New Delhi: The Tri-Service Court of Inquiry probing the December 8, 2021 chopper crash involving CDS Gen Bipin Rawat and 13 others has found that the helicopter entered into clouds due to unexpected change in weather, which led to spatial disorientation of the pilot causing the accident, the Indian Air Force said in a statement on Friday.
The inquiry panel, headed by Air Marshal Manvendra Singh with officers of the Indian Army and Indian Navy in the team, has submitted its preliminary findings into the Mi-17 V5 accident, added the IAF.
“The inquiry team analysed the Flight Data Recorder and Cockpit Voice Recorder, besides questioning all available witnesses to determine the most probable cause of the accident.
“The Court of Inquiry has ruled out mechanical failure, sabotage or negligence as a cause of accident,” it added.
The IAF has termed the unexpected change in weather conditions to be the main reason for disorientation of the pilot resulting in Controlled Flight into Terrain, confirming the report earlier.
IAF further said that the inquiry panel, based on the findings, has made certain recommendations (for future VVIP travel), which are being reviewed.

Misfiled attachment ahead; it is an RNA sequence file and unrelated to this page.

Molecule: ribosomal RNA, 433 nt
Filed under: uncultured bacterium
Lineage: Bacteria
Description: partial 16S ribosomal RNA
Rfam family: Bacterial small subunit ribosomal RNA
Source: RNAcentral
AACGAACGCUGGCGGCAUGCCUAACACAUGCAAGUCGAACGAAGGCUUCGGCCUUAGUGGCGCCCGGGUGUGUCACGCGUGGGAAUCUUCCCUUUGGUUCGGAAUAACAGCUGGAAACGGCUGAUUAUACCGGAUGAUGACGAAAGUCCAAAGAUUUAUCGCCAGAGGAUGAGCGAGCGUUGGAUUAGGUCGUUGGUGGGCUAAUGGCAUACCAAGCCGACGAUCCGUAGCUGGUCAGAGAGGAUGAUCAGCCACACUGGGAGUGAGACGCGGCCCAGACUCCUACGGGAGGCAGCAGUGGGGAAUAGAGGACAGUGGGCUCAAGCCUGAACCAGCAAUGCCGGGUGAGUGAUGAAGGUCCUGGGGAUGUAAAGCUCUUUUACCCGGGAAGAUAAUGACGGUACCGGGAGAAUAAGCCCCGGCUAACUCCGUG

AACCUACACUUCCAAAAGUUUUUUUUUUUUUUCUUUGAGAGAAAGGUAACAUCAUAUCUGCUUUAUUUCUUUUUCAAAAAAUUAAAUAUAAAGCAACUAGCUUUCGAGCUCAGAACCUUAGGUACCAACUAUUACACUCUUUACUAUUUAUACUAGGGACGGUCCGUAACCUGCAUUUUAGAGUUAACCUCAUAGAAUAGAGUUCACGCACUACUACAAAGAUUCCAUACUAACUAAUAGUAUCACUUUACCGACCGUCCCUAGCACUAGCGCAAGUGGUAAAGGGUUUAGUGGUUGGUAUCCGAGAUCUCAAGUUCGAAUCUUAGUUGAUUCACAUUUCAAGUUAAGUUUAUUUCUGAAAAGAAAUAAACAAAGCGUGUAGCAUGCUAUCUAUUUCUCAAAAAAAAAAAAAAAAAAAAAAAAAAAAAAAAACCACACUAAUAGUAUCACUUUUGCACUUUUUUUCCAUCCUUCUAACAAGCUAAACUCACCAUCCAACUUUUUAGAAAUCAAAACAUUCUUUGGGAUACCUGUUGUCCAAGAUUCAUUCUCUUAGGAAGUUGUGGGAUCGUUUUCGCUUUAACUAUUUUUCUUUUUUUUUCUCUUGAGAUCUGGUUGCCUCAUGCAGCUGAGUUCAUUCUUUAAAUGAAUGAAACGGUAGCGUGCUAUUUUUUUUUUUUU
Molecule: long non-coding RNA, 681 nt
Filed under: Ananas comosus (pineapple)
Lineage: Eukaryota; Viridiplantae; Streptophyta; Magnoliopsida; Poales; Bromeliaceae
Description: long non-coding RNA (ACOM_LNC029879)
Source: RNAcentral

Earlier, the Tri-Service Court of Inquiry had given a detailed presentation to Defence Minister Rajnath Singh on January 5 in presence of IAF Chief Air Chief Marshal Vivek Ram Chaudhari and Defence Secretary Ajay Kumar.
Gen Bipin Rawat, held as the country’s most celebrated Army officer, died near Coonoor on December 8 afternoon, together with his wife Madhulika Rawat, his senior most staff officer Brig LS Lidder and Lt Col Harjinder Singh, Naik Gursewak Singh, Naik Jitender Kumar, Naik Vivek Kumar, Naik B. Sai Teja, Havaldar Satpal and pilots flying the aircraft.
The chopper had taken off from the Sulur IAF station and it was flying to Wellington when it crashed. (UNI)